Which of these 4 family policies deserves the highest priority?

But others said they’d rather the money went straight to daycare or pre-K because it would help moms work. “I’ve always been very sensitive to policies that even inadvertently discourage maternal participation,” said Barbara Risman, a sociologist at the University of Illinois, Chicago. “In the long run, those families will have fewer resources if the mothers have lower incomes.”

“It does the most to empower families to do what they think is best for their families.” — H. Luke Shaefer, Professor of Social Justice and Social Policy, University of Michigan

“We have pretty unequivocal evidence that increasing financial resources for families with young children has important and lasting effects.” — Maya Rossin-Slater, Associate Professor of Health Policy and Economics, Stanford

“The money can be spent on anything, not just childcare, and it will cover children who are older than the usual age at which childcare is used.” — Claudia Goldin, professor of economics, Harvard

“It can reduce child poverty right now, is likely to improve mobility in the long term and is unlikely to reduce maternal employment.” — Joanna Pepin, assistant professor of sociology, University at Buffalo

“Families are getting it now, and what a shame it would be to take it away.” — Jane Waldfogel, Professor of Social Work, Columbia

Three of the experts chose this as the most important. The considered plan would make childcare free for the lowest incomes. And it wouldn’t cost others more than 7 percent of income, up to a given income.

“It would probably attract more women into the workforce, so the overall benefit to the family would be more than just the lower cost of childcare,” said Jill Yavorsky, a sociologist at the University of North Carolina, Charlotte.

It would also help close racial differences, as black and Hispanic women have become disproportionately unemployed during the pandemic, said Fatima Suarez, a sociologist at Stanford. “Childcare subsidies are not only a family issue, but also a question of race, class and gender equality,” she said.

Others said grants alone would not be enough to address other childcare issues, such as unavailability, low provider pay and varying levels of quality. And some preferred universal benefits over means-tested ones — it would make the program more popular and improve quality, they said, and childcare is unaffordable for many middle-class families.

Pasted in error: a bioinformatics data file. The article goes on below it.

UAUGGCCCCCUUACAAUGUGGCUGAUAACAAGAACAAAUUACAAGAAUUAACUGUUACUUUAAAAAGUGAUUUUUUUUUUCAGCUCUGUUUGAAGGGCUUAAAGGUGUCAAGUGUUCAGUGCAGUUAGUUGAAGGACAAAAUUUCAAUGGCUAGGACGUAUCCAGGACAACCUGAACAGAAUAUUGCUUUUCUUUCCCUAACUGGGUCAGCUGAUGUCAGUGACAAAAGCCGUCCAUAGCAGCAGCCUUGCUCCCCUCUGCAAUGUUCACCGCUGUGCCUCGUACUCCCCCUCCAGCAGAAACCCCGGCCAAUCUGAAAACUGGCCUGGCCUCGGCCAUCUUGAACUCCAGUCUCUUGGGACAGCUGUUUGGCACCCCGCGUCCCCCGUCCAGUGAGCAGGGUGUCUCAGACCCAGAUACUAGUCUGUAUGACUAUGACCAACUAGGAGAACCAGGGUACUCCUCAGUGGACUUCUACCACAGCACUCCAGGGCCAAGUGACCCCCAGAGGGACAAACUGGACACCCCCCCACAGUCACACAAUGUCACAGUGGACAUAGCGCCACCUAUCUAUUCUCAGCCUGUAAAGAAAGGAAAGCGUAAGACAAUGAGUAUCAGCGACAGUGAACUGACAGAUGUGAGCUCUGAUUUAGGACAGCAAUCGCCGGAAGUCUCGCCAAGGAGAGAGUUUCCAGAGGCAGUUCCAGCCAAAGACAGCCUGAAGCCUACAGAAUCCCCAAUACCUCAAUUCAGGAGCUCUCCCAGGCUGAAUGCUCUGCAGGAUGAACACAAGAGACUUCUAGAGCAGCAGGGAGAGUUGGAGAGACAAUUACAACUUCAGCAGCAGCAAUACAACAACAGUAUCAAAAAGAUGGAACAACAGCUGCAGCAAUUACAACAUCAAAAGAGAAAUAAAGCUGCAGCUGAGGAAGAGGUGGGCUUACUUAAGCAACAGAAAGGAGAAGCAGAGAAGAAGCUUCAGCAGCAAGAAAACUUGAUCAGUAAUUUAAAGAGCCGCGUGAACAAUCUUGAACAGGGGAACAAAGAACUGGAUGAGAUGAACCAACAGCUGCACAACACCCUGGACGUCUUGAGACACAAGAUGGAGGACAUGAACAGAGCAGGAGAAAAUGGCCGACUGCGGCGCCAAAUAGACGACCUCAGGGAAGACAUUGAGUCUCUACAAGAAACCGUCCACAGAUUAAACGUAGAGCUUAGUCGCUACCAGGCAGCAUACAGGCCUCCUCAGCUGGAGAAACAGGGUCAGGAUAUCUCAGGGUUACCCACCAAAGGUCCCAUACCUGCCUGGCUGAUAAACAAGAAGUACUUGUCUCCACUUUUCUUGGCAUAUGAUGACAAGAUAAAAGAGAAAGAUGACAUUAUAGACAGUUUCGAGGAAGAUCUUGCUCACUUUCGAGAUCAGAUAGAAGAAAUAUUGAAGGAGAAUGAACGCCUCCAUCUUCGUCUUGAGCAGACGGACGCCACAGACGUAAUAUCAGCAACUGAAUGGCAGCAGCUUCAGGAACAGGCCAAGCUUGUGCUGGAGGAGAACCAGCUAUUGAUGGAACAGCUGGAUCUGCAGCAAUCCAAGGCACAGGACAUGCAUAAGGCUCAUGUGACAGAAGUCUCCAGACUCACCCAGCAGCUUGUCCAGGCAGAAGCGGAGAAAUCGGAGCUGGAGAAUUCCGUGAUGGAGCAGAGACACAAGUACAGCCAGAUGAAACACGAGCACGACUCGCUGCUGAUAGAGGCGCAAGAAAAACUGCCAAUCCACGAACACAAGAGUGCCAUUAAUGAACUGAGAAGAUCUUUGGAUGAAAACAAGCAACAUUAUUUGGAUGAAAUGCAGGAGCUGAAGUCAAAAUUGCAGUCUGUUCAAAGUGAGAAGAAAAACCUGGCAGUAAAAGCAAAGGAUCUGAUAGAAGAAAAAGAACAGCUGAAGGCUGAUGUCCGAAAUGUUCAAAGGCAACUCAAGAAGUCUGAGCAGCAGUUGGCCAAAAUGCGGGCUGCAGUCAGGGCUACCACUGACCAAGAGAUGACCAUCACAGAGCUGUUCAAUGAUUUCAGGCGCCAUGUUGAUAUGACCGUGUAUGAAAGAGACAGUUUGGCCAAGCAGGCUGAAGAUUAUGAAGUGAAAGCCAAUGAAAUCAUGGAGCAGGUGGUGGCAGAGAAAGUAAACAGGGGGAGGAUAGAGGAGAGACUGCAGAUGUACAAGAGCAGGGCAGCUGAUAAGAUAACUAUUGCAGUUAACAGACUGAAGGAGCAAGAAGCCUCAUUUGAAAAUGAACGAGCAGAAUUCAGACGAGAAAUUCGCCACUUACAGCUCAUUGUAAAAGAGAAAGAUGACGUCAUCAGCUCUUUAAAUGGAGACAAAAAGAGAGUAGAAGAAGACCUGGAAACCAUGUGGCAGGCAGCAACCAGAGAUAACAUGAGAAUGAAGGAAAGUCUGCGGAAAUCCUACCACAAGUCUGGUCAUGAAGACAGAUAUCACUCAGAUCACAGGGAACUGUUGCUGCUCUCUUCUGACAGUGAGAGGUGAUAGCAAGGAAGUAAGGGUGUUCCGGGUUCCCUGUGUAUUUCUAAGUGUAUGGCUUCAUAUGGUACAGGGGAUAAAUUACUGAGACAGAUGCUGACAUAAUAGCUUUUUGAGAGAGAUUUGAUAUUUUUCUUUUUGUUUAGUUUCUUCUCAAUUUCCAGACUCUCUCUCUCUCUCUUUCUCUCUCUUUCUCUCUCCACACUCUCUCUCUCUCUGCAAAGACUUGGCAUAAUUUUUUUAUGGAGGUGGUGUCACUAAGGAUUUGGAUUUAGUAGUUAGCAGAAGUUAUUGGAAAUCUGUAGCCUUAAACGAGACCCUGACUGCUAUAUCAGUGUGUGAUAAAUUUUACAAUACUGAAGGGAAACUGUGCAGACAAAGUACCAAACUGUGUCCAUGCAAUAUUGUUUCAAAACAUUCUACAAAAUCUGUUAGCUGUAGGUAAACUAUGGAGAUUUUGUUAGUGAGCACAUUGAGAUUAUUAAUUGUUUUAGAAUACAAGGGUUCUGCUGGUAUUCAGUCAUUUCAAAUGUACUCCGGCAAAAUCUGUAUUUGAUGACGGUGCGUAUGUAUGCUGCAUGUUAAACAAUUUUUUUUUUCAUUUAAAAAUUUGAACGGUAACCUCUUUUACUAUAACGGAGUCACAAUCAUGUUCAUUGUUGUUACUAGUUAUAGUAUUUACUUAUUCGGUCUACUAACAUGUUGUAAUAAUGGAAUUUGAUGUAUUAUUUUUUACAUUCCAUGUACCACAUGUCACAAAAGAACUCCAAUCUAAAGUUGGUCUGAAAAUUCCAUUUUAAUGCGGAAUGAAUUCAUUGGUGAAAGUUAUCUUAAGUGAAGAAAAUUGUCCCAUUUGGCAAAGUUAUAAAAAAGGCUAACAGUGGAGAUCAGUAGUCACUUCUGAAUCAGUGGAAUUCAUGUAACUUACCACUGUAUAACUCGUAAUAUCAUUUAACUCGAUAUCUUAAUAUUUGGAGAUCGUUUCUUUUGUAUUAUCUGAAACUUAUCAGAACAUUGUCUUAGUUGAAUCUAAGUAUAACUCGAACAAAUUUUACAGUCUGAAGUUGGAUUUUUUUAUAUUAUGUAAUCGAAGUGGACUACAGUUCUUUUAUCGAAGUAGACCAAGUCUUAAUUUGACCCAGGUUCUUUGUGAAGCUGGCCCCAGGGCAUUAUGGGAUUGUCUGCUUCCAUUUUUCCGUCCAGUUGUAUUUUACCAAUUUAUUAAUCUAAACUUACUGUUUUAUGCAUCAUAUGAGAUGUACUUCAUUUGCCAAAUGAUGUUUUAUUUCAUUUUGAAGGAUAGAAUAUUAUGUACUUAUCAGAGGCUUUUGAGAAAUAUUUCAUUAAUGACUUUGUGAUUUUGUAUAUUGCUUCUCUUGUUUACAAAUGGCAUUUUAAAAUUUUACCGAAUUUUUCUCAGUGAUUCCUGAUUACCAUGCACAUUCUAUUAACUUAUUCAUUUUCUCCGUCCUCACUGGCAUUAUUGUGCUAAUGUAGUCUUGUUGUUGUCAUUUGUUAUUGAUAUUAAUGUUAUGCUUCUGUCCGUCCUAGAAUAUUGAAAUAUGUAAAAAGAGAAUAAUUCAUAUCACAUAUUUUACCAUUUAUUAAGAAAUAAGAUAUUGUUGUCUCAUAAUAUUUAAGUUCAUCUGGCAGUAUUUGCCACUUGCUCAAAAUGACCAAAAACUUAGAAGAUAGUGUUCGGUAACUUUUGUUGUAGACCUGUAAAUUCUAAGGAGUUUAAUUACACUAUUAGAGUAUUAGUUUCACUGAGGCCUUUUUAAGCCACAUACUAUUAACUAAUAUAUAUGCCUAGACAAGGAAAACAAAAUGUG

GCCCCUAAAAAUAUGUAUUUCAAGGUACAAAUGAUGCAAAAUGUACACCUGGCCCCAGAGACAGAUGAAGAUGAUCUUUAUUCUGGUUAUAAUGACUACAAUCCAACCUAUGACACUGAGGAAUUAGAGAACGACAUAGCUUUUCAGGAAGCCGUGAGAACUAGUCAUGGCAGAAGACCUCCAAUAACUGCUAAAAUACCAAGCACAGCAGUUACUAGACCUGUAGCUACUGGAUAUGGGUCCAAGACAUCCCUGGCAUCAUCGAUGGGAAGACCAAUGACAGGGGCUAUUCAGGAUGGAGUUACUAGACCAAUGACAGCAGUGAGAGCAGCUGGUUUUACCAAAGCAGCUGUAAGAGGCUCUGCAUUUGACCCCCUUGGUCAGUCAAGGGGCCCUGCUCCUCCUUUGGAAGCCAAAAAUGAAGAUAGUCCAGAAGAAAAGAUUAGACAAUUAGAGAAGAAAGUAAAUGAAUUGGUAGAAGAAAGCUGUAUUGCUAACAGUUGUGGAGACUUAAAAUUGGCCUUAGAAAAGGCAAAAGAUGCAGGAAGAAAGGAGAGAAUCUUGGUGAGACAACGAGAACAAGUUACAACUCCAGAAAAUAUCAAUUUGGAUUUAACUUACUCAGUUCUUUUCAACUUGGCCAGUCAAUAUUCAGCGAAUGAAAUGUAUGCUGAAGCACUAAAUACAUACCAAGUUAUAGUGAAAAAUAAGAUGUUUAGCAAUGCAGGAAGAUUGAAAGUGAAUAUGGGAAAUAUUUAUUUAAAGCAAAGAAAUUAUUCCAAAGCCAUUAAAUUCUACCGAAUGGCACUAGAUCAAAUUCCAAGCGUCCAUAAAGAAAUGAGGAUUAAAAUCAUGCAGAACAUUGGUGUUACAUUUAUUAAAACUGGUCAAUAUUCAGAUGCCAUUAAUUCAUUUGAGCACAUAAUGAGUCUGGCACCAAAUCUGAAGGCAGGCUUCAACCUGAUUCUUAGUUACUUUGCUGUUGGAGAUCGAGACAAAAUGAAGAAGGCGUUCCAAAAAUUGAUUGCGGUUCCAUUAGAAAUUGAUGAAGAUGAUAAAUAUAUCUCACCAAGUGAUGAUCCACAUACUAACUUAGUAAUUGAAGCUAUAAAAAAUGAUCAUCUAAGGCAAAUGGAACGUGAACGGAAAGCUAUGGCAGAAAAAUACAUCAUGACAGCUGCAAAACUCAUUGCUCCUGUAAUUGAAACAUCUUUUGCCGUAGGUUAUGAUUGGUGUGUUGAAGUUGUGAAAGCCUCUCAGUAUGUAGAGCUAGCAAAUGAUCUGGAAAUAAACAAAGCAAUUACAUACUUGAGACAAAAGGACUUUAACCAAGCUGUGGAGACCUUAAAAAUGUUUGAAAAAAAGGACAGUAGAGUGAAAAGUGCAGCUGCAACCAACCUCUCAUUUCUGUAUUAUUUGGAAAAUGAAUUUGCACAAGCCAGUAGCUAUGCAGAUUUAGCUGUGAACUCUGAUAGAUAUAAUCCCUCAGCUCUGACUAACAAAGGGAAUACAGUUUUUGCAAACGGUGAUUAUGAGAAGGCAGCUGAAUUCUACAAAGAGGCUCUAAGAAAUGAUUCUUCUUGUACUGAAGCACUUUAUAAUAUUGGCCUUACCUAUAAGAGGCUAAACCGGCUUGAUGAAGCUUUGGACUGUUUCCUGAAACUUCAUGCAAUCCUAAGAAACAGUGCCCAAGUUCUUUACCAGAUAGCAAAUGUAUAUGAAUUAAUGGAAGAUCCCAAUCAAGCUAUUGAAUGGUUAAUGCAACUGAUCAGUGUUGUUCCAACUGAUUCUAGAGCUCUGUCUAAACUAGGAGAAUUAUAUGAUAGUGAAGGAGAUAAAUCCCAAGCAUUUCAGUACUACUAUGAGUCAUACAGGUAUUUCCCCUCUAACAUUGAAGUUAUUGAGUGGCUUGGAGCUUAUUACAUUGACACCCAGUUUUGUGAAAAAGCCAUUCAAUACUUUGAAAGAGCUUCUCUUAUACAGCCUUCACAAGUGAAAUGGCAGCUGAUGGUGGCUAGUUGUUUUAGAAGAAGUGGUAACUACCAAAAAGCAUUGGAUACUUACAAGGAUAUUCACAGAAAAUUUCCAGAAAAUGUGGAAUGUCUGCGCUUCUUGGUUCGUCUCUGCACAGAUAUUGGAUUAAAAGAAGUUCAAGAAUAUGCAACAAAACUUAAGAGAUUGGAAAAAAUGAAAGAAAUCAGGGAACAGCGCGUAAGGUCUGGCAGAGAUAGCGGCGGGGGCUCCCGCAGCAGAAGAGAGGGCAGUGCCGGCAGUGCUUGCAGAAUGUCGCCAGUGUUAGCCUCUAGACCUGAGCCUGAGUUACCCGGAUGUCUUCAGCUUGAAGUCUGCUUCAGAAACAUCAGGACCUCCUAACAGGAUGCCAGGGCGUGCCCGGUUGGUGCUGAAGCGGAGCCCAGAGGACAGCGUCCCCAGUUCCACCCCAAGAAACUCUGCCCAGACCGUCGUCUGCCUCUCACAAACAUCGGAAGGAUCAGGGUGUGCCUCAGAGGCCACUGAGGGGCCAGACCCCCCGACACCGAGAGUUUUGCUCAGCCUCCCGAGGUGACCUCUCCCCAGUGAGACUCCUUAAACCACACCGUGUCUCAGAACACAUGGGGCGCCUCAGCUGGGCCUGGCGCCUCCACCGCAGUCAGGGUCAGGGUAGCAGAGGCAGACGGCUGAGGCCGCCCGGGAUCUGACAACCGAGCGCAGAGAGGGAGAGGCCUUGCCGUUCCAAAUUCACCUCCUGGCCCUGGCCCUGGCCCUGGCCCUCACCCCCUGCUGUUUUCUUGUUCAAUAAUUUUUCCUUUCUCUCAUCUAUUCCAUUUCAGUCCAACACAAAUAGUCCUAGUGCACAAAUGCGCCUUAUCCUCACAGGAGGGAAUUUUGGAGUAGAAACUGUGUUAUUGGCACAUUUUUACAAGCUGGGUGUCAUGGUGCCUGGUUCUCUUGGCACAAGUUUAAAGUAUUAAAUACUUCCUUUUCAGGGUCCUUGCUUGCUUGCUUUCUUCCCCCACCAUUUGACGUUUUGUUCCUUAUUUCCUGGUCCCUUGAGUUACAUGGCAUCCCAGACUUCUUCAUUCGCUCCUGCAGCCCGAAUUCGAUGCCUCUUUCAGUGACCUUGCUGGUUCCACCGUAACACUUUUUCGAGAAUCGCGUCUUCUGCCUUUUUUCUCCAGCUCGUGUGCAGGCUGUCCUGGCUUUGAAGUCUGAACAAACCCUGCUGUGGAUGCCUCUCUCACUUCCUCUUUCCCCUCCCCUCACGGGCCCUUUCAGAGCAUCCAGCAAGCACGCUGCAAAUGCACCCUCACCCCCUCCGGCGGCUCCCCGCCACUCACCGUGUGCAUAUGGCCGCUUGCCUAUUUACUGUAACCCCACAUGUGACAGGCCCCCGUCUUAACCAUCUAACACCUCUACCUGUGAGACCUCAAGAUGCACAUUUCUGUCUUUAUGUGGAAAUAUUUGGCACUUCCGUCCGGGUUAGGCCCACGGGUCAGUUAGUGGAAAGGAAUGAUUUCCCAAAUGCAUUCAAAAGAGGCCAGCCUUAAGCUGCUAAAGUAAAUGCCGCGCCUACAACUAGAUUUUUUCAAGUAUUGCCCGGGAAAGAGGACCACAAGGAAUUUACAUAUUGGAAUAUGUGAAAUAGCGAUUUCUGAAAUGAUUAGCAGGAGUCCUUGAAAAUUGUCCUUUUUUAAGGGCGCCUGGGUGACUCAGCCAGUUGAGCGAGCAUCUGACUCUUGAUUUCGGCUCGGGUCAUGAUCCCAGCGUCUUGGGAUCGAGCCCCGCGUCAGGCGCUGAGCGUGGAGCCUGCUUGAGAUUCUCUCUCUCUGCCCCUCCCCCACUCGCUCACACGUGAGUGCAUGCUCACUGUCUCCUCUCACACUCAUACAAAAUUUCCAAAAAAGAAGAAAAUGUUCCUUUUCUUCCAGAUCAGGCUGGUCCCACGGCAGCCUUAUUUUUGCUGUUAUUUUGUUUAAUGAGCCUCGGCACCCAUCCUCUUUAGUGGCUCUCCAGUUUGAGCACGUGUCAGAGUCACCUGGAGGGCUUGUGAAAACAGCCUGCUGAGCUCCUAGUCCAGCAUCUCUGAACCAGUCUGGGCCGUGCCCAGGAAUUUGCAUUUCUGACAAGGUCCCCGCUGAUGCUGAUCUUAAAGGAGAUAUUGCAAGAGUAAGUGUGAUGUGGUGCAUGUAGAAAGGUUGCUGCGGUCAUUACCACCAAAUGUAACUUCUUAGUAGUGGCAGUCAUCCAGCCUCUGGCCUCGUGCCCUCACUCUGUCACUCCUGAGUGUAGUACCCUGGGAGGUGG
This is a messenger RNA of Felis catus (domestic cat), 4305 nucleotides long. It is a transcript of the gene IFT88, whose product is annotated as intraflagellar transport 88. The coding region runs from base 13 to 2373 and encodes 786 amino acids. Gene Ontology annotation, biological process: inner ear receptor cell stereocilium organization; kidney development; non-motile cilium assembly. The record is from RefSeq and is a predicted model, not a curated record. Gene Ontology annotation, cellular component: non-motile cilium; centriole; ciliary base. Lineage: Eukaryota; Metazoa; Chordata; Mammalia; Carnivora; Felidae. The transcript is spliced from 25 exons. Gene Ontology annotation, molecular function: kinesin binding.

“It would provide the greatest benefit to mothers who do not have enough income to cover childcare costs.” — Jill Yavorsky, assistant professor of sociology, University of North Carolina, Charlotte

“Essential workers are disproportionately colored women, and they don’t earn nearly enough to survive, let alone pay for childcare.” — Fatima Suarez, postdoctoral researcher, Stanford

“I’m weighing what would help the greatest number of families for the longest period of time with the maximum money in the parents’ pockets.” — Caitlyn Collins, assistant professor of sociology, Washington University in St. Louis

The United States is the only wealthy country without a federal mandate to offer paid leave for new parents or for medical emergencies. The Democrats’ plan would give American workers up to 12 weeks. Research has shown that this is especially beneficial for the lowest earners and those with unstable jobs, who are now at risk of poverty if they need care or are ill.

“It provides a necessary safety net for lower-income families when they experience major life events,” said Youngjoo Cha, a sociologist at Indiana University Bloomington. “It has a strong impact on gender equality at work and at home. It will generate a long-lasting effect by also equalizing the gender distribution of work at home.”

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